Sofia Coppola made a costume-drama this time. The story is about the Viennese girl who is given in marriage to the future king Louis XVI of France and who became queen at the age of 19. Marie-Antoinette is played by the beautiful Kirsten Dunst who also appeared in Coppola’s “The Virgin Suicides” (1999). The film became a slightly typical historical costume film, but of course Coppola gave her own twist to the genre. Major stress on weird Versaille etiquette around ‘dressing the queen’ and the royal breakfast, but most earcatching is the ‘strange’ choice of music. Not just Renaissance sounds, but poprock, for example at a masked ball. Coppola managed very well to show the unavoidable end of the young kings (death by the guillotine, not shown in the film) because of the insecure reign of the king and the queen’s extreme spendings which both made the national debt extremely high. At the same time the country fell in poverty for which (not totally unfounded) the king and queen were blamed. On the other side, Coppola shows the apparent innocence of the beautiful queen, the fact that she is blamed for much that went wrong and the way she tried to maintain far away from her family and friends. The film is catching and I felt for the queen, while she was obviously not too smart in her decisions. “Marie-Antoinette” may indeed be a bit of a ‘ladies film’ (by and for women), but I really enjoyed this original history lesson with magnificent stages, costumes, acting, filming and montage. <14/7/06><4>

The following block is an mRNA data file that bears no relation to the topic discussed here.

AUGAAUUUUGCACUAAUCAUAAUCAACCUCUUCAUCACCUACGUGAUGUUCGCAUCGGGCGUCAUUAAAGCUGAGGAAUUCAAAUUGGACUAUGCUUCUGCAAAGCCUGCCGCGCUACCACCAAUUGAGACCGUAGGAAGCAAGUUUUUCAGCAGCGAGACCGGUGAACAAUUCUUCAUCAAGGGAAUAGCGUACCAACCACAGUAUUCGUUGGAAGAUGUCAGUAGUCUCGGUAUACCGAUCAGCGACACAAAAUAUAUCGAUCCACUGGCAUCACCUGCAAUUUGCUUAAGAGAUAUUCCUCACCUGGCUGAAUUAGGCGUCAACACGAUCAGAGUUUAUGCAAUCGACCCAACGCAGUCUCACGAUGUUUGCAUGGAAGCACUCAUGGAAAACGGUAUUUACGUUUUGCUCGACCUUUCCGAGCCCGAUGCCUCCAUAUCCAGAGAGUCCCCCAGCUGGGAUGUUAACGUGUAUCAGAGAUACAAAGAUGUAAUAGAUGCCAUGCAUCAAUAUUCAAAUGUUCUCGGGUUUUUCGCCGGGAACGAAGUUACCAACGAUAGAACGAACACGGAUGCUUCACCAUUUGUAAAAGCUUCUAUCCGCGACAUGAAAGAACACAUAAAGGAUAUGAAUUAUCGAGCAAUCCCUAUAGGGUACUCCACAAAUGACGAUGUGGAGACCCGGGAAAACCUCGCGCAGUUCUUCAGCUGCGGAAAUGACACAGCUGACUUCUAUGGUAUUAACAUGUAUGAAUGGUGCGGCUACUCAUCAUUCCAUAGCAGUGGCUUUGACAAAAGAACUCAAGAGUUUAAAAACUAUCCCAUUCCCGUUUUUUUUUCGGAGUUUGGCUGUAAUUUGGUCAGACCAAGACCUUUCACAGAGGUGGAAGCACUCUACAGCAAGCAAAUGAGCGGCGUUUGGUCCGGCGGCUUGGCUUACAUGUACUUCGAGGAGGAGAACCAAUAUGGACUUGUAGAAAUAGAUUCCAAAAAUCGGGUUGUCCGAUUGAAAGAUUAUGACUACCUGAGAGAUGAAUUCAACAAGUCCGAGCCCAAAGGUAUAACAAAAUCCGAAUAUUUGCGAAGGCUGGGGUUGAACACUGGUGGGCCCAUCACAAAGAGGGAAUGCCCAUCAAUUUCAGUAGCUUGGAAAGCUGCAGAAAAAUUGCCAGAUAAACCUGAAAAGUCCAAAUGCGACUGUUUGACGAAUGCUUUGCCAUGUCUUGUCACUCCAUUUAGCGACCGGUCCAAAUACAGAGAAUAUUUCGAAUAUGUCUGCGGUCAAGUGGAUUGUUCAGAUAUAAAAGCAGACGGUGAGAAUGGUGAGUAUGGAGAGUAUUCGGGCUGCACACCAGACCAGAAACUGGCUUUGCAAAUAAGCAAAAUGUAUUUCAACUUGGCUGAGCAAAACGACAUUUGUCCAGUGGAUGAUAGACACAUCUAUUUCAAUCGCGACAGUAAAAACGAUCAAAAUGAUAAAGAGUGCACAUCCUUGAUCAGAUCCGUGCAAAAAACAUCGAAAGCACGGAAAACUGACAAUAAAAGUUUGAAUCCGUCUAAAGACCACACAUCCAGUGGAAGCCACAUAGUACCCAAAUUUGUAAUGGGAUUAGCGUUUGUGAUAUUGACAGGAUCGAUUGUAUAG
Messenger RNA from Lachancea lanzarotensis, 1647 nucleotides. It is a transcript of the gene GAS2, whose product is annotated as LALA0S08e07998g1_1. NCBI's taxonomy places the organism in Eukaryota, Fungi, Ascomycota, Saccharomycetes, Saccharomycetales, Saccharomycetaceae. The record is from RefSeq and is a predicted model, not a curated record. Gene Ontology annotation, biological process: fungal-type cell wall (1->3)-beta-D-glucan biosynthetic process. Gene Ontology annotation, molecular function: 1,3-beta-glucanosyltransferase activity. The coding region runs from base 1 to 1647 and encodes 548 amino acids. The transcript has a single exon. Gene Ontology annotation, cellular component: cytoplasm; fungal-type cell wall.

Lost In Translation * Sofia Coppola * 2003

Bill Murray plays the film actor Bob Harris who is in Tokyo to shoot some commercials. Scarlett Johansson is Charlotte who is also in Tokyo because her husband is working as band-photographer. From the first minute Coppola lays much stress on the differences between American and Japanese culture and continues to do this in the film. Both Bob and Charlotte are lost in Tokyo, having problems sleeping, have no clue how to behave in the Japanese city and keep running into eachother in the hotel lobby in the middle of the night. A strange friendship between the old man and the young woman develops in which Bob becomes a bit of a teacher for Charlotte. A nice film with nice shooting. <27/9/04><3>